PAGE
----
Ask Desert Modern buffs to name the genre’s progenitors, and they will reflexively rattle off a list of deservedly famous architects: William F. Cody, Albert Frey, John Lautner, Richard Neutra, Donald Wexler, E. Stewart Williams, Paul Revere Williams. Mention decorator Arthur Elrod, however, and you’ll likely get a blank stare, even from the most worshipful disciples of Palm Springs mid-century design. That is about to change, thanks to a new appraisal by Adele Cygelman, a respected longtime design editor. Cygelman’s book Arthur Elrod: Desert Modern Design was recently published by Gibbs Smith, and interest in it was strong enough to warrant a second printing even before the official February 12 release, in conjunction with Palm Springs’ Modernism Week.
“I did the book mainly because I wanted to pivot the conversation away from mid-century architecture, which is what everyone has focused on for the past twenty years in Palm Springs,” says Cygelman. “I thought it was high time that credit was given to the interior designers of the period. They worked hand in hand, but it’s the architects who are revered because the structures still stand — mostly — and the interiors are long gone.”
Many of Elrod’s interiors were disassembled in the 1980s and ’90s as tastes changed, observes Cygelman, with custom-designed pieces landing in consignment houses and flea markets. Although Elrod’s interiors were well documented in his day by newspapers and design periodicals, after publication, the articles and pictures mostly sat hidden away in archives. Not until the Palm Springs renaissance began, at the end of the 1990s, did interest in the decorator reignite. “Very sophisticated people — fashion and home designer Trina Turk; interior designer Brad Dunning; and Beth and Brent Harris, who bought Richard Neutra’s Kaufmann House in the 1990s — knew his name,” says Cygelman, “but there was no way of researching him.”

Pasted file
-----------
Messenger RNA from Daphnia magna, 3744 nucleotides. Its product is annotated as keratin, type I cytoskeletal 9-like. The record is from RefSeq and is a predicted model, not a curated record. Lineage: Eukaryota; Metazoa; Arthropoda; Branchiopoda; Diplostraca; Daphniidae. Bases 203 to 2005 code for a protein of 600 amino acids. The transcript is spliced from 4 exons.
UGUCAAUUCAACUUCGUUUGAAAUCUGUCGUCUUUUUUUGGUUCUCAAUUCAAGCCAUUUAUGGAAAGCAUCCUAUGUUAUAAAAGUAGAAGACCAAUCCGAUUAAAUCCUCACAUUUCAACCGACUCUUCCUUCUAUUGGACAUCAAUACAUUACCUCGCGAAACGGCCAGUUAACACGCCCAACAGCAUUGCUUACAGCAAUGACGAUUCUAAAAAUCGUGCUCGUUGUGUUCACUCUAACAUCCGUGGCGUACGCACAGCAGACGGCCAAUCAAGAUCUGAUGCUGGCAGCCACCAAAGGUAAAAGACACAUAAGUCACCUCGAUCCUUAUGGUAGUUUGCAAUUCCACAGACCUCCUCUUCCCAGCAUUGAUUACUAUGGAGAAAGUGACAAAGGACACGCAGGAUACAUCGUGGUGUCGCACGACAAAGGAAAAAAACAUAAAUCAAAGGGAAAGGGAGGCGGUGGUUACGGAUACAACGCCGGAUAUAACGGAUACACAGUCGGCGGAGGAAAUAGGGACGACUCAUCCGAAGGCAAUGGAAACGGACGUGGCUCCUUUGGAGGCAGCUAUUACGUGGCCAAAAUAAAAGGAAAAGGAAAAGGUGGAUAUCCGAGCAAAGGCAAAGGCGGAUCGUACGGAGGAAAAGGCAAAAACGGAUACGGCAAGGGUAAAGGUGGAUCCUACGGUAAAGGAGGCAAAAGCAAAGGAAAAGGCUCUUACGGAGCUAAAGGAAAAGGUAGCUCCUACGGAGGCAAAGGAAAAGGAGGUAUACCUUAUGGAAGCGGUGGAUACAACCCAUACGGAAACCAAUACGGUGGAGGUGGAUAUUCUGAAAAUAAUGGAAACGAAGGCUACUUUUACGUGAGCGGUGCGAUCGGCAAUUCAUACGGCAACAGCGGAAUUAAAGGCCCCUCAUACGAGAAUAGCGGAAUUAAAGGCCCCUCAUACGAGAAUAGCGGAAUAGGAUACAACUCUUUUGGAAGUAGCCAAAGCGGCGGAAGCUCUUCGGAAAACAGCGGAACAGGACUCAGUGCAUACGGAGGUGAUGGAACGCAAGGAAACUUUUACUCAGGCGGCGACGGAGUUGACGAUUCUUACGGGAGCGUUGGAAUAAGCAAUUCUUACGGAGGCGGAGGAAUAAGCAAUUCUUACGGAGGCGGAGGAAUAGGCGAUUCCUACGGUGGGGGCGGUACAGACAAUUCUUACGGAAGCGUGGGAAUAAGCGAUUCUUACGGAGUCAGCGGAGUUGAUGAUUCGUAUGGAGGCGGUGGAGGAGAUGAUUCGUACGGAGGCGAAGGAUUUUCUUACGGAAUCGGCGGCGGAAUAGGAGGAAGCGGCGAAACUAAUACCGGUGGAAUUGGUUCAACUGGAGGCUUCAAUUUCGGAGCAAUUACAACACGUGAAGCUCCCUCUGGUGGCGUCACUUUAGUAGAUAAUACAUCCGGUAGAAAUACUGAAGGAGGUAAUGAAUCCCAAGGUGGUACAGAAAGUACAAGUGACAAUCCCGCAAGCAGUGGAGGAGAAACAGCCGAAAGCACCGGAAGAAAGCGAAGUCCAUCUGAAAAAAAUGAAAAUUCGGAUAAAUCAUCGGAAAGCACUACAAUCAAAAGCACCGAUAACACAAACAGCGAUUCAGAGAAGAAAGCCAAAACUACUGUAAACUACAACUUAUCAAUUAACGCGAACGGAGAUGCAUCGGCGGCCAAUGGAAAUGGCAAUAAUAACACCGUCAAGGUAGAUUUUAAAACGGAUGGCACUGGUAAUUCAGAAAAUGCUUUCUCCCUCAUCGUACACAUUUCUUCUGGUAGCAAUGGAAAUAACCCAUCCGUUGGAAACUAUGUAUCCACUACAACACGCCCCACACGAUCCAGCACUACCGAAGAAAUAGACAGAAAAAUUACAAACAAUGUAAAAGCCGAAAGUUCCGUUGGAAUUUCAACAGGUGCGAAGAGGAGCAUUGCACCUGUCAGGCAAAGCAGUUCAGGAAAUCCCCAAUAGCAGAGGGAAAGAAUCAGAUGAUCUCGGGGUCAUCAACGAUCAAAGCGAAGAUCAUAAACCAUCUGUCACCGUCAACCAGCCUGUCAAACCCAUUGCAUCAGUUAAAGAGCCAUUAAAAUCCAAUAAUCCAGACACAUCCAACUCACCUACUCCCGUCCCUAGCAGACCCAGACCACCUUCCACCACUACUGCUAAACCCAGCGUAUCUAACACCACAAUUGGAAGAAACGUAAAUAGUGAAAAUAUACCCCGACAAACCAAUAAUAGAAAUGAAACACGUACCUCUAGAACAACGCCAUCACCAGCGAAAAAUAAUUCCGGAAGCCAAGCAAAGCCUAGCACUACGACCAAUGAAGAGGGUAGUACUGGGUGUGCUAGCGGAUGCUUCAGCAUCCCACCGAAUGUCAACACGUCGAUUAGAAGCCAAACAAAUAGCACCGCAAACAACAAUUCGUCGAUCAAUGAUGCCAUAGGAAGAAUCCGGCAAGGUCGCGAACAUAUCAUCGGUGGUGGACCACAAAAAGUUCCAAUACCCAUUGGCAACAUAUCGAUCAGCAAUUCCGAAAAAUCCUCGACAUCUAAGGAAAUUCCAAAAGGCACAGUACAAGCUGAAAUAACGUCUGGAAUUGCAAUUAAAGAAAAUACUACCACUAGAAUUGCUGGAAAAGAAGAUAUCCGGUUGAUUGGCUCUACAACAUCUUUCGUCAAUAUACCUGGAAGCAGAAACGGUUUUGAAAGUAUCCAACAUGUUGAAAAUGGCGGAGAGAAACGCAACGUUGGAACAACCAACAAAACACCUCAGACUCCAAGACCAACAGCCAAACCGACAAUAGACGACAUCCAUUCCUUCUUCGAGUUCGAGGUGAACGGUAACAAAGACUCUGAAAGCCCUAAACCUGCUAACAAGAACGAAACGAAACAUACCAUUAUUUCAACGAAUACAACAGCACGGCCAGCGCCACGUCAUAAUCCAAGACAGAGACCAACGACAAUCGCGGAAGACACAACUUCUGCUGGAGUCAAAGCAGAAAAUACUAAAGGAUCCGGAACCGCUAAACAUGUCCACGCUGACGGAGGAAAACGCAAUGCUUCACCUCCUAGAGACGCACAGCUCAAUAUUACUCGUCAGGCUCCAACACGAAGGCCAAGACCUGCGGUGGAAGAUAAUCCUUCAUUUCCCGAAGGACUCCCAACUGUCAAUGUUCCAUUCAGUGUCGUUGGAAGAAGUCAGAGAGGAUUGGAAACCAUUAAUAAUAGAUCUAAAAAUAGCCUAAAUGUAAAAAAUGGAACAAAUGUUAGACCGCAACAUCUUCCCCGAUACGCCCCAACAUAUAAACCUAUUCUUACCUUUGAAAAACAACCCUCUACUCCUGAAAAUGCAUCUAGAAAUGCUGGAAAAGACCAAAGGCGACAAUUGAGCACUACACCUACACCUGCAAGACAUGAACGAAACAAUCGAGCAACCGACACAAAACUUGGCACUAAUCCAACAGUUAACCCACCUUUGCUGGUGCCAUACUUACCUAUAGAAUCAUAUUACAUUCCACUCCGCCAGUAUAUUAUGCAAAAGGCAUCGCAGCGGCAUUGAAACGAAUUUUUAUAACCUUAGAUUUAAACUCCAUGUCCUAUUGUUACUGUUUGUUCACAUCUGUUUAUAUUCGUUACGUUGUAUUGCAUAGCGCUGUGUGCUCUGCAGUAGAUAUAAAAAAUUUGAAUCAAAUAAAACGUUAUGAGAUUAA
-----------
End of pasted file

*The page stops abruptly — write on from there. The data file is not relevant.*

Now, there is. Arthur Elrod, lush with archival photography, renderings, advertisements and correspondence, raises the question “How did this incredibly influential talent fall into obscurity?” Elrod’s client roster could hardly have been more impressive. It included just about every Hollywood A-lister of the era: Lucille Ball and Desi Arnaz, Mary and Jack Benny, Frank and Lucille Capra, Hoagy Carmichael, Claudette Colbert, Walt and Lillian Disney, Moss and Kitty Carlisle Hart, Laurence Harvey, Bob and Dolores Hope. He was the interior designer of choice for all of Palm Springs’ founding families — the Bennetts, Hickses, McManuses and Nichols — and the darling of every captain of industry who kept a vacation home in the fabled desert resort, including the cofounders of Capitol Records and Hyatt Hotels and an heir to the Carnation Evaporated Milk Company fortune.
Born in 1924, the South Carolina native studied textiles at Clemson Agricultural College (now Clemson University), then interior design at Chouinard Art Institute, in Los Angeles. He arrived in Palm Springs in 1947 and worked as junior staff decorator in the home furnishings department of the newly opened Bullock’s department store. His early career was fueled by the postwar building boom and by a growing awareness in the desert community of modernism, sparked by the work of Schindler, Frey, Neutra and Frank Lloyd Wright. Elrod’s interiors of this period display a mostly French Provincial aesthetic with some sleeker modern furnishings mixed in.
Despite abundant commissions and favorable publicity, Elrod decamped to San Francisco in 1952 for a two-year stint at prominent home design and carpet store W. & J. Sloane. During that time, General Electric engaged him to design an exhibition for the San Francisco Museum of Art to celebrate the 75th anniversary of the invention of Edison’s incandescent bulb. Elrod installed a “penthouse apartment” with terrace in the museum’s galleries that garnered him considerable attention and also marked a turn in his style. Almost all the furnishings were contemporary pieces, by T.H. Robsjohn-Gibbings. And, signaling an early innovative impulse, the lighting was subtly integrated into the design — fixtures hidden in valances, a downlight color constellation that changed hues, concealed dimmer-controlled spots and more — rather than added as an afterthought by deploying lamps and chandeliers. “It was the first use of recessed downlights in conjunction with fluorescents,” Cygelman writes.